Skip to content

The Unfussy Cocktail

January 28, 2011

TV is wonderful stuff. Most of the commercials are crap, but there are really some great shows being made these days. The thing is that I rarely ever watch them when they air. It’s a combination of many factors, none of which need to be addressed right now.

Instead of watching TV live, for serialized dramas I like to bide my time and wait. Then I can watch multiple seasons in the span of a couple of months. It saves me from counting down the days to the next episode and dealing with the disappointments of reruns and preemptions, not to mention the annoyance of commercials.

That said, I’m in the middle of the third season of Mad Men, and really enjoying the hell out of it.

There was one scene where Don was mixing himself a drink at Roger’s wedding. He was making an Old Fashioned. And for the most part, it was an effortless affair. Sure he had to muddle a sugar cube with some bitters, but the drink was quick to prepare, and he could hold a conversation while assembling it.

This is the gold standard of cocktail making, and it’s within your grasp.

Cocktails are all about making booze palatable. Seriously. Cocktails are cold, which dampens their flavor. Cocktails add a spoonful of sugar, which as Mary Poppins has taught you, “helps the medicine go down.” Cocktails are also diluted with water, regardless of whether they are shaken or stirred, and this dilution reduces the heat of the base spirit’s alcohol.

The basic components to make a cocktail are a base spirit, something flavorful, something sweet, and ice. Things start getting complicated when fruit or some other produce is involved. So let’s leave anything that was recently alive out of the equation for right now.

The thing that is flavorful and the thing that is sweet can sometimes even be the same thing.  This is the advantage of liqueurs and flavored syrups. A liqueur is like a flavored syrup that will last indefinitely. They are wonderful, but can be expensive. Any fool can make a good flavored syrup, using sugar, water and a flavoring agent. And making a ginger syrup with fresh ginger root and black peppercorns is certainly mere economical than buying a bottle of Canton Ginger Liqueur. But that stuff is fabulous and worth every penny of its $30 price tag.

In the gripping cold of an upstate New York winter, warming drinks are in demand.

Both ginger and bourbon play nicely together. So one simple drink would be to combine the two.  My go-to proportion for liqueurs is 1:4. That means I would add 1 tablespoon of liqueur to 4 tablespoons of base spirit. You may want a touch more sweetness, but that becomes a matter of personal preference. And for God’s sake, if you are combining two spirits, stir that drink.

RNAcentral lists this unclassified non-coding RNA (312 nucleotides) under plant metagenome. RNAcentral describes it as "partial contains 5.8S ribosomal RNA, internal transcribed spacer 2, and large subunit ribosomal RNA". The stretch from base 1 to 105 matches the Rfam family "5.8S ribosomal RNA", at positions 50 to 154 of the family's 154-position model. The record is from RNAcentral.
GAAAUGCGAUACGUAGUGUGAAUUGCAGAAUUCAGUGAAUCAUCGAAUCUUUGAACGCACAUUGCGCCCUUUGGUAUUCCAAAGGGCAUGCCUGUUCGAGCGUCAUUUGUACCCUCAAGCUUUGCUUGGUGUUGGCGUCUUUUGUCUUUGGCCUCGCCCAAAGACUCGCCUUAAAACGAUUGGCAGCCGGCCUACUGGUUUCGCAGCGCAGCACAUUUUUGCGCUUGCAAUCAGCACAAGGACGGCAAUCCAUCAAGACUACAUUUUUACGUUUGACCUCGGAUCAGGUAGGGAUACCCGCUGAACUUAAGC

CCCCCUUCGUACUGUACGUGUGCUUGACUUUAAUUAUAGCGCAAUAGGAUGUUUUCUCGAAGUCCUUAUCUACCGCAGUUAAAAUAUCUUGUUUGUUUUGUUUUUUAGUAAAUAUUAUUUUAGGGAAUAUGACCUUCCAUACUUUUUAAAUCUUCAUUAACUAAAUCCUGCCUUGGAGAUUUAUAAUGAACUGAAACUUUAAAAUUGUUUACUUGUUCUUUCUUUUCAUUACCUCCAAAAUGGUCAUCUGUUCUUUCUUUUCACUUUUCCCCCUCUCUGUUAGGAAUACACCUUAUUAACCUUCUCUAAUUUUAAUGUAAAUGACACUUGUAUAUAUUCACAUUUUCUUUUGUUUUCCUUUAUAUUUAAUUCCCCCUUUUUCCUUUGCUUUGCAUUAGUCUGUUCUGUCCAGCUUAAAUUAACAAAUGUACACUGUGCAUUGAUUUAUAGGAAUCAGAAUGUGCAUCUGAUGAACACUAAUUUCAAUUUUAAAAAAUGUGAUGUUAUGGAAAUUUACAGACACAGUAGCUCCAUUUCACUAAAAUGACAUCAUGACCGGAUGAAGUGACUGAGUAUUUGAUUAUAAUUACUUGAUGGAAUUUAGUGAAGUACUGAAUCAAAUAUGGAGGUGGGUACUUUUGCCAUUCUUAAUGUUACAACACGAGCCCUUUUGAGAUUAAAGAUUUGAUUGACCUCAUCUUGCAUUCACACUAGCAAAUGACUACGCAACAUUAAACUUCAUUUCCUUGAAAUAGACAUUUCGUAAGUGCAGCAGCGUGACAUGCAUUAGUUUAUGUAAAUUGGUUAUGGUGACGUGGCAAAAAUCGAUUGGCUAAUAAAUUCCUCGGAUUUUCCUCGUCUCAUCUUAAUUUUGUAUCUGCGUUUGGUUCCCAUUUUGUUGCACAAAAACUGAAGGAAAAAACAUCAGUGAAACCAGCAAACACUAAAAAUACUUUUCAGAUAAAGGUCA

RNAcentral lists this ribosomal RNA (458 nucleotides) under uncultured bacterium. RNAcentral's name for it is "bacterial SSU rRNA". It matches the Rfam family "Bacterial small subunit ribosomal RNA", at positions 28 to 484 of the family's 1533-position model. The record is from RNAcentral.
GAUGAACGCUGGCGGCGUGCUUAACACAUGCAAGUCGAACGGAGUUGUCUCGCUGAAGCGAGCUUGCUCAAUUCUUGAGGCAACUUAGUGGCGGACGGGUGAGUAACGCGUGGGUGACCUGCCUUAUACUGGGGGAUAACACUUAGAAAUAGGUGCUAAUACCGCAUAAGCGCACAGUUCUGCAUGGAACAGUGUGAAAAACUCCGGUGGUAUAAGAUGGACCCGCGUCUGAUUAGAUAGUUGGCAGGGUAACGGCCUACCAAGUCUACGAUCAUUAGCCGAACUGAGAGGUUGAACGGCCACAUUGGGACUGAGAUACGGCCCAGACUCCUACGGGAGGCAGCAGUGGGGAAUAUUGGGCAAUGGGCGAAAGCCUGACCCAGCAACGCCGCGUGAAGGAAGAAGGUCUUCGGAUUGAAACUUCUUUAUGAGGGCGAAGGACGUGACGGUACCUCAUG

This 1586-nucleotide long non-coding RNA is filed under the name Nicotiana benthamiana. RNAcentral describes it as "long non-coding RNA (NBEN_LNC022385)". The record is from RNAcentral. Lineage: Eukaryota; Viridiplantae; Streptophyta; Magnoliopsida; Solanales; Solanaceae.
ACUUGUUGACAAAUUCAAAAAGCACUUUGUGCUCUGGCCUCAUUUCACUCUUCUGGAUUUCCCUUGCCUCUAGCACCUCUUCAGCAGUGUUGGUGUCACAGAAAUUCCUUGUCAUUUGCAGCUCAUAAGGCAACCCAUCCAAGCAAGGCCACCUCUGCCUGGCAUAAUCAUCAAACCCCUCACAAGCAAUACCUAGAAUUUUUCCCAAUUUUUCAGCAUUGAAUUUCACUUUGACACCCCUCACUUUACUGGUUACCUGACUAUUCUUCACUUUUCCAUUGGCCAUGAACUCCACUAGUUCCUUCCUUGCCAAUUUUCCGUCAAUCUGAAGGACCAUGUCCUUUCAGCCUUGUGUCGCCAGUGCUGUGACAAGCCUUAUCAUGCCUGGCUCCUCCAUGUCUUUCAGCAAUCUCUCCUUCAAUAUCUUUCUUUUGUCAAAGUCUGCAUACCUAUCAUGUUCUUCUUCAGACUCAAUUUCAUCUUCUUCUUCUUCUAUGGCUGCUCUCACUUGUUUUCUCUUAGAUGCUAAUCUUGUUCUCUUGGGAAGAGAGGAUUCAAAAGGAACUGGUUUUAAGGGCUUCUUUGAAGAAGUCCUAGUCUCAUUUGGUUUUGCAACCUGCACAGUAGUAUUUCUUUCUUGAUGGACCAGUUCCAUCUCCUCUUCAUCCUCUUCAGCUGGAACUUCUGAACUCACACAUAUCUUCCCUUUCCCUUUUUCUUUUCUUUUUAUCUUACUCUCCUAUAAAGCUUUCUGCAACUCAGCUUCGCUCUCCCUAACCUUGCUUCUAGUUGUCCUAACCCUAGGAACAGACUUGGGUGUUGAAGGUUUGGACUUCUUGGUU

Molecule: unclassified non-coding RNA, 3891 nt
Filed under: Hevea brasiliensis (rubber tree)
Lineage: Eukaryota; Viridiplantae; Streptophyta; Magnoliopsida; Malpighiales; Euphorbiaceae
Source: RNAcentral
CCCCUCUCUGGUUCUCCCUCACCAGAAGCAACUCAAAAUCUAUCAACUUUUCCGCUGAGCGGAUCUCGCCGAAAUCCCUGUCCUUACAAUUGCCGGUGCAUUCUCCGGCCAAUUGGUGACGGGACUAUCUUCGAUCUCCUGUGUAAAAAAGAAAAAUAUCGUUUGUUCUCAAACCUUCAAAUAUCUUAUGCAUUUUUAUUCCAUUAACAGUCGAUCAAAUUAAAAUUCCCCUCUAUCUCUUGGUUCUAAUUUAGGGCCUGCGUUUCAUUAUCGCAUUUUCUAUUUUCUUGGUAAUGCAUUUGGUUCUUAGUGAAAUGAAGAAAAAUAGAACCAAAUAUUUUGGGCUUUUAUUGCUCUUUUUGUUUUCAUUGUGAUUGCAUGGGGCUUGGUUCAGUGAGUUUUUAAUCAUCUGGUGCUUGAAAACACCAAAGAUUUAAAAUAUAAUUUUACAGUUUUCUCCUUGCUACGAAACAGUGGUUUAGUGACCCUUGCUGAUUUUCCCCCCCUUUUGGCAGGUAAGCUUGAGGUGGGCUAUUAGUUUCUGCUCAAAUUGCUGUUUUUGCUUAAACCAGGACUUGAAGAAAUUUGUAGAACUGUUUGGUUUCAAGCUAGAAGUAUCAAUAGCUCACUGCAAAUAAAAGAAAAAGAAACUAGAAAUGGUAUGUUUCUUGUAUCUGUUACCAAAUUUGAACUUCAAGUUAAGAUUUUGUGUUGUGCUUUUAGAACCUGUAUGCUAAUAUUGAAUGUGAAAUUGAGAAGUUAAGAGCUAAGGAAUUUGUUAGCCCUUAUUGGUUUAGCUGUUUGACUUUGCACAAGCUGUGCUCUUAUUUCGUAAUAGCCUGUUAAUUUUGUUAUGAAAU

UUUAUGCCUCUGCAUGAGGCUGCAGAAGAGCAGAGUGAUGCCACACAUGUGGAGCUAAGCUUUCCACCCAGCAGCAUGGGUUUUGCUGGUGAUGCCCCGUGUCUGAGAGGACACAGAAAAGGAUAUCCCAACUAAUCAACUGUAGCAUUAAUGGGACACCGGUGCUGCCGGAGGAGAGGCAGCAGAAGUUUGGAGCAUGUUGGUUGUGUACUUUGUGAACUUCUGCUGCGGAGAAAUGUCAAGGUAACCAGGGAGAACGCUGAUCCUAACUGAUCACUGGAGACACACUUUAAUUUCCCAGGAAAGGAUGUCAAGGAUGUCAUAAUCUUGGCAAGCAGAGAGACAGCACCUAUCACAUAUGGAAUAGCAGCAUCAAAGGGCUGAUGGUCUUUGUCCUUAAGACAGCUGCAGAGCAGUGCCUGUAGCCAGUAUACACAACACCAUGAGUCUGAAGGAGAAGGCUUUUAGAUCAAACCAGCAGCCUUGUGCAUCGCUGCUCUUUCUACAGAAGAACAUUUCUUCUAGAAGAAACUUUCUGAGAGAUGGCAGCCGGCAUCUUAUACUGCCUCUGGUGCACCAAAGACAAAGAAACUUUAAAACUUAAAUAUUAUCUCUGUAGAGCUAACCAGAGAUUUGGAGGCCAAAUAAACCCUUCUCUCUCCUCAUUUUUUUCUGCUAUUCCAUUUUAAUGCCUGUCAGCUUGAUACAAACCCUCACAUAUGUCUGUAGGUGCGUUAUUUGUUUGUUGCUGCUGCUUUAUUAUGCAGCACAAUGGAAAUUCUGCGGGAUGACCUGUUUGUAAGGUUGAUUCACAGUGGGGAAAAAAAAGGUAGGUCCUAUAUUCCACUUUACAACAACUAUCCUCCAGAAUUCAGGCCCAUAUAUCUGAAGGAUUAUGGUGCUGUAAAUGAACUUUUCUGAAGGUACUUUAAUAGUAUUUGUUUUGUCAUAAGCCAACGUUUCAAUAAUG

Only shake if you are using citrus, eggs, or other ingredients that need extra help being incorporated into the drink.

These kinds of simple combinations can provide you with a different drink for every day of the month, and then some. Gin with a bit of Chartreuse. Scotch with spoonful of Drambuie.  Bourbon with a hint of coffee liqueur. Vodka with a touch of Chambord. Brandy spiked with crème de cacao. You get the picture.

And from there you can play around with bitters: The anise of Peychaud’s, the warm sweet spice of Angostura, or the deep orange of Fee’s.

Remember, the goal here isn’t necessarily inventing a drink that’s going to be the next Martini. The goal is to make something good without working at it too hard. It’s important to understand the tools at your disposal and the role they play. And trust your instincts about what tastes good together.

Then you can start serving up delicious cocktails, without breaking a sweat. Just make sure to keep it simple, and you’ll be just fine.

8 Comments leave one →
  1. January 28, 2011 4:58 pm

    One of my favorite winter cocktails is a dark and stormy. Ginger beer isn’t a liqueur, but I think it qualifies as sweet and flavorful.

  2. January 29, 2011 12:33 am

    Season three is, by far, my favorite (I mean, it’s only out of four so far, but still).

    I’m not sure how accurate these are, but I find them pretty and fun:

    I cannot lie. I started trying different cocktails after watching a lot of Mad Men. Before that it was anything someone in Brideshead Revisited might have ordered.

  3. January 29, 2011 1:19 am

    Here, here. Again, I’ll second you on your wisdom (not that you need my seconding). I think the finest drinks in life are those that are ready when you need or crave them. Tonight was a demerara sugar cube and copious amounts of Dandelion and Burdock bitters at the bottom of my favorite cheap German sparkling — two seconds to throw together, but it can put a lovely tint on the evening.

  4. January 29, 2011 8:37 pm

    Just the other day I had to google what an Alexandria cocktail was from an episode of Mad Men (Peggy ordered it on a date and it looked similar to a white russian). I’ve been reading your blog for about three weeks now, looking at the archives and I became absolutely giddy when I came across the Mad Men reference.

  5. January 29, 2011 10:50 pm

    My cocktail of choice is usually just a martini but filthy and for some reason, a lot of bartenders seem surprised that a woman wants a martini made with gin. It’s so strange. However, you can also have a lot of fun when you order it: “I’ll have a martini *eyebrow raise* and make it extra dirty.”


  1. The Buck | 12 Bottle Bar
  2. The Makeshift | 12 Bottle Bar
  3. The Buck | 12 Bottle Bar

Leave a Reply

Fill in your details below or click an icon to log in: Logo

You are commenting using your account. Log Out /  Change )

Google photo

You are commenting using your Google account. Log Out /  Change )

Twitter picture

You are commenting using your Twitter account. Log Out /  Change )

Facebook photo

You are commenting using your Facebook account. Log Out /  Change )

Connecting to %s

%d bloggers like this: